NEW CONCORD -- With the graduation of nearly 50 percent of last year's scoring and just two returning lettermen, Muskingum University men's basketball coach Gene Ford will have to rely on a bevy of unproven and untested players as the Muskies attempt to climb back into the upper tier of the Ohio Athletic Conference this season.
Gone are the two top scorers from a year ago, Kyle Clinedinst and Josh Brindley.
Clinedinst led the Muskies in scoring with a 16.8 ppg average and finished his career with 1033 points while being tabbed second team all-OAC, while Brindley followed with a 14.1 ppg scoring average and received all-OAC honorable mention honors.
Thus 30.9 ppg of the Muskies team average of 61.32 ppg over the 25-game schedule is no longer available.
Others that are gone due to graduation include Carson Thomas, JJ Armstrong and George Williams. Thomas scored at a 7.2 ppg clip with Armstrong adding 4.6 ppg which now ups the loss of scoring to over half of what the Muskies scored last year.
"Scoring is definitely a concern at this point," Ford admitted. "How well will we score and who is going to step up to take those two spots. Someone is going to shoot it, but how will we do defensively and rebounding remains a question. We are as big this year as Muskingum has been since I have been here, but we are unproven and untested and several of them are truly first-year players."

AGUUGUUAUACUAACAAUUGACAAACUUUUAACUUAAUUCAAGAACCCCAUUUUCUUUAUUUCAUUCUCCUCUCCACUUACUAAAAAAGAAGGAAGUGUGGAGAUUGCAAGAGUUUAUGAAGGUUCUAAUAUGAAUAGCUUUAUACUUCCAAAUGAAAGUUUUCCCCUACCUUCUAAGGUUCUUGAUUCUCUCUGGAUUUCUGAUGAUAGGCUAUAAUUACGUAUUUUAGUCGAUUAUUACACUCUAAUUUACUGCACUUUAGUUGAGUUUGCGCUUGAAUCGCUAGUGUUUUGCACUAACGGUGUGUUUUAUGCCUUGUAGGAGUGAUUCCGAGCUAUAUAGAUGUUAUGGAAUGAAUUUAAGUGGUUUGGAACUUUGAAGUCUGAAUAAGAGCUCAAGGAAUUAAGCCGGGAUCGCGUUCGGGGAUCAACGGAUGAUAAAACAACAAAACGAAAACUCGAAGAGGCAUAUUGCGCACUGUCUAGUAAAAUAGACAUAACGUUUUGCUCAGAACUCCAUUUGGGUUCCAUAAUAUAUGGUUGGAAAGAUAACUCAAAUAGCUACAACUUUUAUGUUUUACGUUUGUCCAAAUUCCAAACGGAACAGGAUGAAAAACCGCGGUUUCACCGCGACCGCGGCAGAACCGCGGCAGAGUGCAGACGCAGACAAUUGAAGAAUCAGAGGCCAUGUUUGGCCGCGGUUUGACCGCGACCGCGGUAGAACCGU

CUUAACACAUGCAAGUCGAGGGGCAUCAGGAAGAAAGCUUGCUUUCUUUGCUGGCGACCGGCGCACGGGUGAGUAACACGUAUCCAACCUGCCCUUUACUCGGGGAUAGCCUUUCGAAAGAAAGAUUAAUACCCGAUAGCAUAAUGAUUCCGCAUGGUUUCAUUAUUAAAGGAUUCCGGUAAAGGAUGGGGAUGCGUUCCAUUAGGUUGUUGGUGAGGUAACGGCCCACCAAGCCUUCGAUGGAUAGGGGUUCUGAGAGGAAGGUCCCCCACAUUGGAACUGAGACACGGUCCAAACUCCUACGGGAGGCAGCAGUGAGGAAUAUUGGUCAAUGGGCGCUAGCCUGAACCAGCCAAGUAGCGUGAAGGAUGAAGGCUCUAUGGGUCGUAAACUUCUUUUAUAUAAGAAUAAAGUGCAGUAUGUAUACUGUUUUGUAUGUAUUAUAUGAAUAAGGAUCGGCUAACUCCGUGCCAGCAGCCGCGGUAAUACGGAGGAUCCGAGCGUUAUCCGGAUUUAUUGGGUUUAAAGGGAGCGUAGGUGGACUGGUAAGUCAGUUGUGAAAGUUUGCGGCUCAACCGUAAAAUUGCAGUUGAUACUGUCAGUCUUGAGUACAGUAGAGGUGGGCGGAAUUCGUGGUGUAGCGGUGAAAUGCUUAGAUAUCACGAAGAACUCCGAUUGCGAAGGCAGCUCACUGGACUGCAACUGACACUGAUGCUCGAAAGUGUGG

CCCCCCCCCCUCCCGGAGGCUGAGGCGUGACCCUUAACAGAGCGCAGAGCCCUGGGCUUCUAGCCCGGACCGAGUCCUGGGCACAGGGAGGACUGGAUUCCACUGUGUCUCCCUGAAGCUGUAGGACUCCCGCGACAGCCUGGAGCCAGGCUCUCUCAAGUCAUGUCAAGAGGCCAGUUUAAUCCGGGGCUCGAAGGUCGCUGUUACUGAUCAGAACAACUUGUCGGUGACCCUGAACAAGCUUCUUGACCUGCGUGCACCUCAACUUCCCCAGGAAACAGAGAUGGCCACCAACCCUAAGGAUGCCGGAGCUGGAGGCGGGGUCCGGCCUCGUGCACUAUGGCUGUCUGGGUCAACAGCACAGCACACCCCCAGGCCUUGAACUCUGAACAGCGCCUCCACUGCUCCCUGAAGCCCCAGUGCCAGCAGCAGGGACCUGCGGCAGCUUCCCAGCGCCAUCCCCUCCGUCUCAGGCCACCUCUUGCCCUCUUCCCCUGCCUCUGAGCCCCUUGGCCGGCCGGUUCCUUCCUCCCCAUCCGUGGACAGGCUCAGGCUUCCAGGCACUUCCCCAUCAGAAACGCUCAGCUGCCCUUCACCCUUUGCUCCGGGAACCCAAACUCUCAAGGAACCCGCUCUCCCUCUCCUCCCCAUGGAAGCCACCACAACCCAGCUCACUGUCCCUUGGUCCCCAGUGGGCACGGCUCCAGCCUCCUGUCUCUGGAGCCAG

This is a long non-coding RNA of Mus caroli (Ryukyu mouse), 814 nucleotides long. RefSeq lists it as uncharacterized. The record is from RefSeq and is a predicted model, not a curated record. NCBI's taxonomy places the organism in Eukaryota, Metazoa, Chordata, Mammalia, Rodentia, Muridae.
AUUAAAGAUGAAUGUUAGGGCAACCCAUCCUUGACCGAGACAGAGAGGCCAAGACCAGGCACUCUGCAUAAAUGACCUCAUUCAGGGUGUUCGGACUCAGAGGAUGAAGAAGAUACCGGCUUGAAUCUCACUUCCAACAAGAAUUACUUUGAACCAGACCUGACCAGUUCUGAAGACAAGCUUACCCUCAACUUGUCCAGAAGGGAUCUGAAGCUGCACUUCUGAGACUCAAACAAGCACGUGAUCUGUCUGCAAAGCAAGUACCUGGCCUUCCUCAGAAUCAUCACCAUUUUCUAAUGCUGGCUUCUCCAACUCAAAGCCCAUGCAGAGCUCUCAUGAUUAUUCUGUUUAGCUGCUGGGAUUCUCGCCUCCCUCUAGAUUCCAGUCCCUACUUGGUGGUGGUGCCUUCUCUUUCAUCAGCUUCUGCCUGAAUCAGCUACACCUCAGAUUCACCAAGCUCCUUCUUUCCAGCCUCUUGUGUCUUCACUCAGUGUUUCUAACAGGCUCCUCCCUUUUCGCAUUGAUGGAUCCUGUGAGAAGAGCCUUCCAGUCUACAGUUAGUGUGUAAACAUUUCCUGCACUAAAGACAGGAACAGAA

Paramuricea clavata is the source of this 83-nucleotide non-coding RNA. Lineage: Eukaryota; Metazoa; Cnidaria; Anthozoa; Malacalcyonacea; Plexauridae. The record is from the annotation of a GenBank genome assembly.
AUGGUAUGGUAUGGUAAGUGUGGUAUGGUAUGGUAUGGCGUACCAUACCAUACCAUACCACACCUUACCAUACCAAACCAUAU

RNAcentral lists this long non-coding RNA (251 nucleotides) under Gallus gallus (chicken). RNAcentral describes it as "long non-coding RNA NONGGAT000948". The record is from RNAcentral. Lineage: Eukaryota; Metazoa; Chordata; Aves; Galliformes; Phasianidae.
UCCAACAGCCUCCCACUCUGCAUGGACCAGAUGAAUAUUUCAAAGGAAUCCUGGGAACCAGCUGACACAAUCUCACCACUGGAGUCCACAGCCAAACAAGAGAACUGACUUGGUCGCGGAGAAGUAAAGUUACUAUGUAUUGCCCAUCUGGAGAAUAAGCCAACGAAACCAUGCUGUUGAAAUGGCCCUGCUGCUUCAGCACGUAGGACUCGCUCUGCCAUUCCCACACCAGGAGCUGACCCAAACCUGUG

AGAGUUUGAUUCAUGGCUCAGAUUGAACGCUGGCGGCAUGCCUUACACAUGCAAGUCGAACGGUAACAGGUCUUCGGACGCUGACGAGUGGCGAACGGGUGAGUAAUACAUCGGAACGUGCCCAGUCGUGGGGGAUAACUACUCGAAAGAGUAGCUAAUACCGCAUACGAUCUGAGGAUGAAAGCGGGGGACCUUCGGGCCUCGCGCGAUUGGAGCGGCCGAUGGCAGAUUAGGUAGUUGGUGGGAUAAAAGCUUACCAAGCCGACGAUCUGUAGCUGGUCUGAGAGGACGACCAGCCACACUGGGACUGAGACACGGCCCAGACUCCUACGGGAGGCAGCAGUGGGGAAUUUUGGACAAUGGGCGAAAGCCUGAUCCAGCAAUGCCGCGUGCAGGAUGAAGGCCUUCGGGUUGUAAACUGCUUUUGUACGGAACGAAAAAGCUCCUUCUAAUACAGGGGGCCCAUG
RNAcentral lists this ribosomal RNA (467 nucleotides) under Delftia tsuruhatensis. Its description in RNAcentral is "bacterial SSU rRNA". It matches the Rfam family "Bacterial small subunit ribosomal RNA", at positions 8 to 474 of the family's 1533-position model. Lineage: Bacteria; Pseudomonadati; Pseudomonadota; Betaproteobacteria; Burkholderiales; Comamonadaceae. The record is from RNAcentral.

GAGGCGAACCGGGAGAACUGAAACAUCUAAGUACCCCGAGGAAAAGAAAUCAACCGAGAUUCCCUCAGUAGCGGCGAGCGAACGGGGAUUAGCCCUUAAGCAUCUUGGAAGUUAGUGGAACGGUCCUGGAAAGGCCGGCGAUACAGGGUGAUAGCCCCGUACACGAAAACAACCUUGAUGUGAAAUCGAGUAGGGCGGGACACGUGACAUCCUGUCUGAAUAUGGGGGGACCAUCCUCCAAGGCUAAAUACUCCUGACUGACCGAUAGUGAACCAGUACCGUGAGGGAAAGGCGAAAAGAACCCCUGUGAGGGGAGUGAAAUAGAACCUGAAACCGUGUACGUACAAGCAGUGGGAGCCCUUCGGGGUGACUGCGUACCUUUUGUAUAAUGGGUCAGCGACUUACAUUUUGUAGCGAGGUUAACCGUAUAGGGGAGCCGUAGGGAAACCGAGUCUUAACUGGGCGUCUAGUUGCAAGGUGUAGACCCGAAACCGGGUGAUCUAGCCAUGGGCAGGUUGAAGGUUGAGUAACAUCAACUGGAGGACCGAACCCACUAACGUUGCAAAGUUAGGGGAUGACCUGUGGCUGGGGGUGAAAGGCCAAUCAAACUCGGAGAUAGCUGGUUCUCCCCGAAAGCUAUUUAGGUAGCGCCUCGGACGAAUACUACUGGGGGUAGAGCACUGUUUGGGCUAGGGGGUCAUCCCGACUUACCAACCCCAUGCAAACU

Ford does return five lettermen including 5-8 junior point guard Isaiah Shakespeare and fellow juniors 6-3 forward Clay Owings and 6-0 guard Phil Ellis along with sophomores 6-3 forward Jonathan Primes and 6-1 guard Logan Kimble (New Philadelphia).
Both Owings and Kimble saw some time in the starting lineup last year with Kimble averaging 7.2 ppg and Owings 3.6 ppg.
There are no seniors on the roster which brought Ford to quip, "We won't be hurt this year by graduation."
Five transfer students with limited playing time or none at all at their previous schools include 6-1 junior guard Dave Brown (Coshocton) a transfer from Southern Wesleyan where he was a member of the team, 6-10 junior forward Jarod Hood who officially transferred from Columbus State, but played at least part of one season at Capital University and sophomores 5-10 guard Darion Allen coming from Central State where he didn't play, 6-6 forward Michael Klamo, son of former Muskie standout Steve Klamo, who comes from Wittenberg where he played JV ball last year and 6-5 forward Cody Seiler a transfer from Wayne College where they only have club basketball.
"Although they are all transfers," Ford pointed out, "we originally recruited them but they decided to go someplace else. They are now coming back."
The other junior candidate back is 5-11 guard Bryant Bechtel from Worthington Kilbourne. Sophomores returning for their second year include 5-11 guard Nick Levin, 6-7 center Reed Simpson, 5-10 guard Darion Allen, 5-9 guard Maurice Bonner and 6-1 guard Darryl Smith.
A talented group of freshmen recruits that as time goes on Ford believes will be contributors.